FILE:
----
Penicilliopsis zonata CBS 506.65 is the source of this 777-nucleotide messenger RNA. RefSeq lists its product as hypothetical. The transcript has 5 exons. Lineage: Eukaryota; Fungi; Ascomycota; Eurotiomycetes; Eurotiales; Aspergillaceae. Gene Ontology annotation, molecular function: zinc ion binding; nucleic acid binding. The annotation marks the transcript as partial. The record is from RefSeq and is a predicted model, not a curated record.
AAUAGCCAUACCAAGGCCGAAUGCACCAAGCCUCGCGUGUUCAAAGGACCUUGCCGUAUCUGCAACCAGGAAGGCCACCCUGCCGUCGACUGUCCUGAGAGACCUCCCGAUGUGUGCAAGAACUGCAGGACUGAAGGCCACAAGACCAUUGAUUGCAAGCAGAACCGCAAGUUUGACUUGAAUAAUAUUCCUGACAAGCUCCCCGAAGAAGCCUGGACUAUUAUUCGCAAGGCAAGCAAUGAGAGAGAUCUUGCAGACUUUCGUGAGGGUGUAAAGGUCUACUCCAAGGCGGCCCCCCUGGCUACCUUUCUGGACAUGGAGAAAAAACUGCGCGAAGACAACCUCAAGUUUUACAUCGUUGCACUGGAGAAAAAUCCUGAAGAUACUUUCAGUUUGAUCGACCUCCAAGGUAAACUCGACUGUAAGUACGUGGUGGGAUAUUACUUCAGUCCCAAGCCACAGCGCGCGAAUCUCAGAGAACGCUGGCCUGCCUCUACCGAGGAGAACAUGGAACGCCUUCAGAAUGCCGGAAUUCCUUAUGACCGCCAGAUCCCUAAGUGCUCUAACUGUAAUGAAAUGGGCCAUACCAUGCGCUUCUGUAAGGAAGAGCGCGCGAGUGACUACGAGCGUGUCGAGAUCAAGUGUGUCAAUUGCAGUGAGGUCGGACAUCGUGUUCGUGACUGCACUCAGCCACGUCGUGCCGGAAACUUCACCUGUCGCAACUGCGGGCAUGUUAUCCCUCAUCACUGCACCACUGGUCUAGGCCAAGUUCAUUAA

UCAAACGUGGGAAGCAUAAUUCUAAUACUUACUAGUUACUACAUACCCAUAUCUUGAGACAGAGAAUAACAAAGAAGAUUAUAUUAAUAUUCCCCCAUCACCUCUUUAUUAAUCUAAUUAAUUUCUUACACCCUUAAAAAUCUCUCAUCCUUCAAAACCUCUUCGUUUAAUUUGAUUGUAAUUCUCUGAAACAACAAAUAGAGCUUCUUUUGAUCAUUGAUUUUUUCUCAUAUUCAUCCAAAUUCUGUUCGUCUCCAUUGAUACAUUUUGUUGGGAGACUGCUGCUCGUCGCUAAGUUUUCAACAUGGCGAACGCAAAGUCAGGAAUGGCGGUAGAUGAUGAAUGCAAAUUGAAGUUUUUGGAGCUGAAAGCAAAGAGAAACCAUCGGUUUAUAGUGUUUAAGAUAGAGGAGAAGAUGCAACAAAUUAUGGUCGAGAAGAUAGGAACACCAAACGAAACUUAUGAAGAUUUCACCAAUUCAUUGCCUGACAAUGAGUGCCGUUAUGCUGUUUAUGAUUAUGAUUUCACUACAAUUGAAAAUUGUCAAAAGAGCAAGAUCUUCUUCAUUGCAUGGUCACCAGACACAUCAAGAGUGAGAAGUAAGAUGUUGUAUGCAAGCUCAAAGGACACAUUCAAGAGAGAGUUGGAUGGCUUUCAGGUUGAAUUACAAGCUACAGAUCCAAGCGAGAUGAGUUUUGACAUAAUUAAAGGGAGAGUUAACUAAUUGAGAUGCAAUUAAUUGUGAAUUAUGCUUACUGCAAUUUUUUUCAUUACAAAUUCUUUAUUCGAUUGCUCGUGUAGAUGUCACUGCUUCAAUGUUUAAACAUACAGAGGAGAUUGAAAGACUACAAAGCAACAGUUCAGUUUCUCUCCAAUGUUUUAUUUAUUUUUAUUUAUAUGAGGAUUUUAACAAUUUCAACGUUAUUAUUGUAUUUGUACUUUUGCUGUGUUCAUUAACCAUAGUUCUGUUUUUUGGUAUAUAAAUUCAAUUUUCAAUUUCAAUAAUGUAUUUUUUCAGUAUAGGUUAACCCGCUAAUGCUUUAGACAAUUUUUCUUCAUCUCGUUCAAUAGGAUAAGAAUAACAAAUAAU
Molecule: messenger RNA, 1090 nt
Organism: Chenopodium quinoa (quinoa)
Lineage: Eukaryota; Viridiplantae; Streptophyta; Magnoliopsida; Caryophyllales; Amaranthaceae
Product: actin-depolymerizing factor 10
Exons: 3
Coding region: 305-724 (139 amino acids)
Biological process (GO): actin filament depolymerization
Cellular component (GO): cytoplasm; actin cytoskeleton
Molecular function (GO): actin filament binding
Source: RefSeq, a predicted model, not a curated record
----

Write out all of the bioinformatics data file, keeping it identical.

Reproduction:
Penicilliopsis zonata CBS 506.65 is the source of this 777-nucleotide messenger RNA. RefSeq lists its product as hypothetical. The transcript has 5 exons. Lineage: Eukaryota; Fungi; Ascomycota; Eurotiomycetes; Eurotiales; Aspergillaceae. Gene Ontology annotation, molecular function: zinc ion binding; nucleic acid binding. The annotation marks the transcript as partial. The record is from RefSeq and is a predicted model, not a curated record.
AAUAGCCAUACCAAGGCCGAAUGCACCAAGCCUCGCGUGUUCAAAGGACCUUGCCGUAUCUGCAACCAGGAAGGCCACCCUGCCGUCGACUGUCCUGAGAGACCUCCCGAUGUGUGCAAGAACUGCAGGACUGAAGGCCACAAGACCAUUGAUUGCAAGCAGAACCGCAAGUUUGACUUGAAUAAUAUUCCUGACAAGCUCCCCGAAGAAGCCUGGACUAUUAUUCGCAAGGCAAGCAAUGAGAGAGAUCUUGCAGACUUUCGUGAGGGUGUAAAGGUCUACUCCAAGGCGGCCCCCCUGGCUACCUUUCUGGACAUGGAGAAAAAACUGCGCGAAGACAACCUCAAGUUUUACAUCGUUGCACUGGAGAAAAAUCCUGAAGAUACUUUCAGUUUGAUCGACCUCCAAGGUAAACUCGACUGUAAGUACGUGGUGGGAUAUUACUUCAGUCCCAAGCCACAGCGCGCGAAUCUCAGAGAACGCUGGCCUGCCUCUACCGAGGAGAACAUGGAACGCCUUCAGAAUGCCGGAAUUCCUUAUGACCGCCAGAUCCCUAAGUGCUCUAACUGUAAUGAAAUGGGCCAUACCAUGCGCUUCUGUAAGGAAGAGCGCGCGAGUGACUACGAGCGUGUCGAGAUCAAGUGUGUCAAUUGCAGUGAGGUCGGACAUCGUGUUCGUGACUGCACUCAGCCACGUCGUGCCGGAAACUUCACCUGUCGCAACUGCGGGCAUGUUAUCCCUCAUCACUGCACCACUGGUCUAGGCCAAGUUCAUUAA

UCAAACGUGGGAAGCAUAAUUCUAAUACUUACUAGUUACUACAUACCCAUAUCUUGAGACAGAGAAUAACAAAGAAGAUUAUAUUAAUAUUCCCCCAUCACCUCUUUAUUAAUCUAAUUAAUUUCUUACACCCUUAAAAAUCUCUCAUCCUUCAAAACCUCUUCGUUUAAUUUGAUUGUAAUUCUCUGAAACAACAAAUAGAGCUUCUUUUGAUCAUUGAUUUUUUCUCAUAUUCAUCCAAAUUCUGUUCGUCUCCAUUGAUACAUUUUGUUGGGAGACUGCUGCUCGUCGCUAAGUUUUCAACAUGGCGAACGCAAAGUCAGGAAUGGCGGUAGAUGAUGAAUGCAAAUUGAAGUUUUUGGAGCUGAAAGCAAAGAGAAACCAUCGGUUUAUAGUGUUUAAGAUAGAGGAGAAGAUGCAACAAAUUAUGGUCGAGAAGAUAGGAACACCAAACGAAACUUAUGAAGAUUUCACCAAUUCAUUGCCUGACAAUGAGUGCCGUUAUGCUGUUUAUGAUUAUGAUUUCACUACAAUUGAAAAUUGUCAAAAGAGCAAGAUCUUCUUCAUUGCAUGGUCACCAGACACAUCAAGAGUGAGAAGUAAGAUGUUGUAUGCAAGCUCAAAGGACACAUUCAAGAGAGAGUUGGAUGGCUUUCAGGUUGAAUUACAAGCUACAGAUCCAAGCGAGAUGAGUUUUGACAUAAUUAAAGGGAGAGUUAACUAAUUGAGAUGCAAUUAAUUGUGAAUUAUGCUUACUGCAAUUUUUUUCAUUACAAAUUCUUUAUUCGAUUGCUCGUGUAGAUGUCACUGCUUCAAUGUUUAAACAUACAGAGGAGAUUGAAAGACUACAAAGCAACAGUUCAGUUUCUCUCCAAUGUUUUAUUUAUUUUUAUUUAUAUGAGGAUUUUAACAAUUUCAACGUUAUUAUUGUAUUUGUACUUUUGCUGUGUUCAUUAACCAUAGUUCUGUUUUUUGGUAUAUAAAUUCAAUUUUCAAUUUCAAUAAUGUAUUUUUUCAGUAUAGGUUAACCCGCUAAUGCUUUAGACAAUUUUUCUUCAUCUCGUUCAAUAGGAUAAGAAUAACAAAUAAU
Molecule: messenger RNA, 1090 nt
Organism: Chenopodium quinoa (quinoa)
Lineage: Eukaryota; Viridiplantae; Streptophyta; Magnoliopsida; Caryophyllales; Amaranthaceae
Product: actin-depolymerizing factor 10
Exons: 3
Coding region: 305-724 (139 amino acids)
Biological process (GO): actin filament depolymerization
Cellular component (GO): cytoplasm; actin cytoskeleton
Molecular function (GO): actin filament binding
Source: RefSeq, a predicted model, not a curated record